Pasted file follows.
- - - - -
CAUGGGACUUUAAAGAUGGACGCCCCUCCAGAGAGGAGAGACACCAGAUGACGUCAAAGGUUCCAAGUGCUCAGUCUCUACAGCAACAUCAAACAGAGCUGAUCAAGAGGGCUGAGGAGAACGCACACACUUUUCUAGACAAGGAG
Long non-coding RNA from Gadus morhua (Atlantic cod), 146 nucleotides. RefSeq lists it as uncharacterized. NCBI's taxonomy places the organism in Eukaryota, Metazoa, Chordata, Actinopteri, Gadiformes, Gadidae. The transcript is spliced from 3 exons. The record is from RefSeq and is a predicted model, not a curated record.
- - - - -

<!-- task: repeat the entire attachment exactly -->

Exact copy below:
CAUGGGACUUUAAAGAUGGACGCCCCUCCAGAGAGGAGAGACACCAGAUGACGUCAAAGGUUCCAAGUGCUCAGUCUCUACAGCAACAUCAAACAGAGCUGAUCAAGAGGGCUGAGGAGAACGCACACACUUUUCUAGACAAGGAG
Long non-coding RNA from Gadus morhua (Atlantic cod), 146 nucleotides. RefSeq lists it as uncharacterized. NCBI's taxonomy places the organism in Eukaryota, Metazoa, Chordata, Actinopteri, Gadiformes, Gadidae. The transcript is spliced from 3 exons. The record is from RefSeq and is a predicted model, not a curated record.